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Derek Lowe The 2002 Model

Dbl%20new%20portrait%20B%26W.png After 10 years of blogging. . .

Derek Lowe, an Arkansan by birth, got his BA from Hendrix College and his PhD in organic chemistry from Duke before spending time in Germany on a Humboldt Fellowship on his post-doc. He's worked for several major pharmaceutical companies since 1989 on drug discovery projects against schizophrenia, Alzheimer's, diabetes, osteoporosis and other diseases. To contact Derek email him directly: Twitter: Dereklowe

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October 12, 2005

The Undefeated Brazilian Team

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Posted by Derek

I wrote earlier this year about the showdown between Abbott and the Brazilian government over the price of the antiretroviral Kaletra. After several weeks of rumors, the deal has been struck. And as far as I can see, Abbott did most of the caving in.

Kaletra will now be down to 63 cents a dose in Brazil, down from the previous $1.17. It's interesting to note that back in the summer, press reports had the Brazilian government asking for a price of 68 cents. I don't know if the latest figure reflects a further price break or inaccurate earlier reporting. The new price is less than the American one by a factor of four or five, and this deal sure isn't going to send the price here any lower. In the end, money will be transferred from Abbott's existing customers to the government of Brazil.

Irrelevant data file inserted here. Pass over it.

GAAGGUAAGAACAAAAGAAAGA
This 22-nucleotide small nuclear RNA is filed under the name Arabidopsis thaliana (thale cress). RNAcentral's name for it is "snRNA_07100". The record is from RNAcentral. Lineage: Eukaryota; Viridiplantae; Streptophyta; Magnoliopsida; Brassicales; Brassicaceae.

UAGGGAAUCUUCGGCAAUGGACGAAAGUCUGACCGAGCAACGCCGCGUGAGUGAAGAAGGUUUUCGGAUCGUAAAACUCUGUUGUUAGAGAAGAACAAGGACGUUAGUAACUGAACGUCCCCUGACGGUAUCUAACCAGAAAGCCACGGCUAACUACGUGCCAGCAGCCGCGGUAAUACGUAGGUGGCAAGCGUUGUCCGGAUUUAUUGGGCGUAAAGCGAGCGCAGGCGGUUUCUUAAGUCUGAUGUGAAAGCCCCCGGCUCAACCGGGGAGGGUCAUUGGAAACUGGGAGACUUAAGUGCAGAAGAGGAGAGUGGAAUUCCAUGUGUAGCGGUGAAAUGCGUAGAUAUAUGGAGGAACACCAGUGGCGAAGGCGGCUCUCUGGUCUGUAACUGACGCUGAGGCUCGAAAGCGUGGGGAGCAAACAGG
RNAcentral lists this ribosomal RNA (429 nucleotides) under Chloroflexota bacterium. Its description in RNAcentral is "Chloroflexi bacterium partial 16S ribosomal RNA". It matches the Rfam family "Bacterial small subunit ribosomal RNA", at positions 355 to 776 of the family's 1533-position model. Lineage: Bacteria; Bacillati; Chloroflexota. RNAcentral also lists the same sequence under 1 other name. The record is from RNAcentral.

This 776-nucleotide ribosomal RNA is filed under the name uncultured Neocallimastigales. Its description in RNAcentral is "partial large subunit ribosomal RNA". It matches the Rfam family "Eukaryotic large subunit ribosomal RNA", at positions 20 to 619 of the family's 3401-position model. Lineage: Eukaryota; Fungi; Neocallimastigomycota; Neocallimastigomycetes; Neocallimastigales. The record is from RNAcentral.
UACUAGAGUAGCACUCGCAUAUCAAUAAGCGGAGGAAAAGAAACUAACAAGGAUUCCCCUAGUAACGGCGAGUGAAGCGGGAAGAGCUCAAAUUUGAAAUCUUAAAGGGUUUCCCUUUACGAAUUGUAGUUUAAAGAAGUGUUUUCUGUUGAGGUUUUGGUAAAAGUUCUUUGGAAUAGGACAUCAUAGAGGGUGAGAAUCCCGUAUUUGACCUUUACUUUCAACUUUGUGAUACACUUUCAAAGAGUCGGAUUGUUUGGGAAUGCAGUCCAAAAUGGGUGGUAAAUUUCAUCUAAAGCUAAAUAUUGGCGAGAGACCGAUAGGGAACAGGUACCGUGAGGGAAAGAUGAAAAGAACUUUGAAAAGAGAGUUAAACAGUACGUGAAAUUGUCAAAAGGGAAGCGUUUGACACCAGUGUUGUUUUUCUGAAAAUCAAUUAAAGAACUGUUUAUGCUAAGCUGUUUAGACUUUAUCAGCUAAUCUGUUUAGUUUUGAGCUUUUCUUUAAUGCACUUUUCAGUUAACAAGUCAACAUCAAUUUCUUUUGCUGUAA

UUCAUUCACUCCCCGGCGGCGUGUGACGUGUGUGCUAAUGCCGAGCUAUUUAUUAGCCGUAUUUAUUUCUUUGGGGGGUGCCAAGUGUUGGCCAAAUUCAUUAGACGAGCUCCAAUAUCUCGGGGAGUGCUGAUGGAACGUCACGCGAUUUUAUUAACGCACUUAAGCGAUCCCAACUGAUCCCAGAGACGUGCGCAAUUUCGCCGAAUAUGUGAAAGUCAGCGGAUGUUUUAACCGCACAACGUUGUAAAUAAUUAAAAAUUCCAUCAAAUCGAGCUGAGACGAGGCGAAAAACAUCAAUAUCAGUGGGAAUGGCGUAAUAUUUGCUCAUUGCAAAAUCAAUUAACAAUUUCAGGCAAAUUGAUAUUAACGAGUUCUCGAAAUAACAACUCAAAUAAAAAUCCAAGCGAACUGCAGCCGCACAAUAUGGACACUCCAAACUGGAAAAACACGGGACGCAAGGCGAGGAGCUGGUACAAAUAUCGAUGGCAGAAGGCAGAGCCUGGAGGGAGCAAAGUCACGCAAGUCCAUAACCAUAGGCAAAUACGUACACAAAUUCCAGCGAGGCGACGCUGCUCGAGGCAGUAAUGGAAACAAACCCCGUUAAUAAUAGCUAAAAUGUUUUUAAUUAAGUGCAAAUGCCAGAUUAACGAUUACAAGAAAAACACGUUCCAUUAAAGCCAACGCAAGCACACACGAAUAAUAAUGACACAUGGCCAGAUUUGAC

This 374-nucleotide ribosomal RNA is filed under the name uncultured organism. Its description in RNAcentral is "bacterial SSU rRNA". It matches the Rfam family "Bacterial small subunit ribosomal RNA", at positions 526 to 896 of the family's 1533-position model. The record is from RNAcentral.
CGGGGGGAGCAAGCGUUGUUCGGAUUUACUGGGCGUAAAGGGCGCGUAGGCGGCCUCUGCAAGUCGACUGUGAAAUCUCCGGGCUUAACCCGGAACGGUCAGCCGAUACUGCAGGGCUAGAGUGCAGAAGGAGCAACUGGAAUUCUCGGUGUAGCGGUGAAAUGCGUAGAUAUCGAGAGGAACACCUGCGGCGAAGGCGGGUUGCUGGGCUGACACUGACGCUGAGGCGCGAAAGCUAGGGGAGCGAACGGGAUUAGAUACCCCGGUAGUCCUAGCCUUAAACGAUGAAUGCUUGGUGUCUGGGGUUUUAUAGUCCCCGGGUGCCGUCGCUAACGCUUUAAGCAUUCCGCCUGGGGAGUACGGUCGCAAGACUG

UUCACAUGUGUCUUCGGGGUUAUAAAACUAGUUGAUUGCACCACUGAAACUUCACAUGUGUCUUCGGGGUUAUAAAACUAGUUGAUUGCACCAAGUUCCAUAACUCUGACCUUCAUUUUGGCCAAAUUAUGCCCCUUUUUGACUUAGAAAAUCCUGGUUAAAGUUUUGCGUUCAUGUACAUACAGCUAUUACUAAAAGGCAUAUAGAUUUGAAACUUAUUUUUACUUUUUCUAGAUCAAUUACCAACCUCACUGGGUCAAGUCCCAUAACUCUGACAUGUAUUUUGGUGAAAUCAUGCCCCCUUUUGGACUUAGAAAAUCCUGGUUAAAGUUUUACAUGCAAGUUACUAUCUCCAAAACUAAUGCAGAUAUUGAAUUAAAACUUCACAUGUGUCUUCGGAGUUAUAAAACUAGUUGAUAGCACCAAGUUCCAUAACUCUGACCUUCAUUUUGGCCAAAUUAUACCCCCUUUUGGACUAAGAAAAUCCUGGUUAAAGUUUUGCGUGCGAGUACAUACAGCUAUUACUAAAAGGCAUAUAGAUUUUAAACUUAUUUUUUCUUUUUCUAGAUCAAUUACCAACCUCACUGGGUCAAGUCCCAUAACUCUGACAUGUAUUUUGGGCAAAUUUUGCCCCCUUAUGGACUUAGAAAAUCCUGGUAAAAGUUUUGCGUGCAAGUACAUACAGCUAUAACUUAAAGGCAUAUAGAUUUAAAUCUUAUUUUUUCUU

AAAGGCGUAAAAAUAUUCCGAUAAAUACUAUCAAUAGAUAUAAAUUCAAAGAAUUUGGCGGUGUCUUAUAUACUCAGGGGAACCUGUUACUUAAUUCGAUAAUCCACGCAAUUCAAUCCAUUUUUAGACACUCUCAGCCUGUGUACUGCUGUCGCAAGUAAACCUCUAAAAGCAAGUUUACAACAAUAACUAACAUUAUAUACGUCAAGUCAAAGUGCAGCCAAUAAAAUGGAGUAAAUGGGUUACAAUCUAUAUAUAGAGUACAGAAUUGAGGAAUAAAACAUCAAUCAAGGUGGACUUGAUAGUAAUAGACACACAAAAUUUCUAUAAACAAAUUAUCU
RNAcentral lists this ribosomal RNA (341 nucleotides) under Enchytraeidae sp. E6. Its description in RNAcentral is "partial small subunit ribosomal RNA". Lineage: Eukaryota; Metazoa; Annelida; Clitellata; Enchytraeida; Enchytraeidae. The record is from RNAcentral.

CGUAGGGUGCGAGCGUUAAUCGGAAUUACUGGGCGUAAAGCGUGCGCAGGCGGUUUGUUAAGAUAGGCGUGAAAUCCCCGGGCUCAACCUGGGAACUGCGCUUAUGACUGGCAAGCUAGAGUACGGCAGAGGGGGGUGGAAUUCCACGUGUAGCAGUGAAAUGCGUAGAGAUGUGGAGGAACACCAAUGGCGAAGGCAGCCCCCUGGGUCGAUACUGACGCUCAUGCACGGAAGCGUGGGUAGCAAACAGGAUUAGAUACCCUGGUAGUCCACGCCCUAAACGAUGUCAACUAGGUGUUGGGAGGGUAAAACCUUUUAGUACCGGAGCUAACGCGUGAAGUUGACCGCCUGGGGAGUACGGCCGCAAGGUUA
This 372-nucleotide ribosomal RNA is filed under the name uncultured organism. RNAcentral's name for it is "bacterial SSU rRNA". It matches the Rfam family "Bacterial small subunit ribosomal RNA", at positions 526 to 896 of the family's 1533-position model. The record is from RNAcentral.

This looks like another victory for the "Lower your price or we'll break your patent" strategy that Brazil has used before. They've never gone through with the threat, but it's clearly a real one. Abbott has apparently decided that it's better to make 63 cents a pill in Brazil than to make nothing, and (worse yet) to have Brazilian generic drug makers cranking Kaletra out for the rest of the world. And they've got a point there, of course, even after assuming that this deal could set off more price negotiations in other countries.

But this is worth thinking about next time you hear about the evils of pharmaceutical patents - you know, licenses to print money and all that. There is a trump card, and it's just been played again. Back into the deck it goes until it's needed

(Much, much more on drug pricing can be found in the blog archive here. This very point about national health plans and price-setting came up, for example, in this post from February of 2004.)

Comments (1) + TrackBacks (2) | Category: Drug Prices


1. Anon on October 14, 2005 9:25 AM writes...

If Brazil did break someone's patent like this, how easy would it be for their generic companies to sell to the rest of the world? I guess my question is, how big a break in the dam would this be? I realize that there's an official and an unofficial export channel for these things, though. . .

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Listed below are links to weblogs that reference The Undefeated Brazilian Team:

Killing the Goose from Monkeys and Typewriters
...Brazil was threatening to break Abbott's patent on Kaletra if they didn't come down on the price. Abbott has now caved. As much as that sucks, I can't say that I blame them. And so, U.S. drug consumers continue to subsidize pretty much the rest... [Read More]

Tracked on October 13, 2005 3:31 PM

Channeling Goldstien from Galen's Log
Brazil: We're awfully sorry about killing your prize goose there.* US Pharma: Brazil: In our defense, we were pretty hungry. You know? US Pharma: Brazil: We made an omlet with some of the leftover eggs. Want a bite? [Read More]

Tracked on October 14, 2005 6:42 PM


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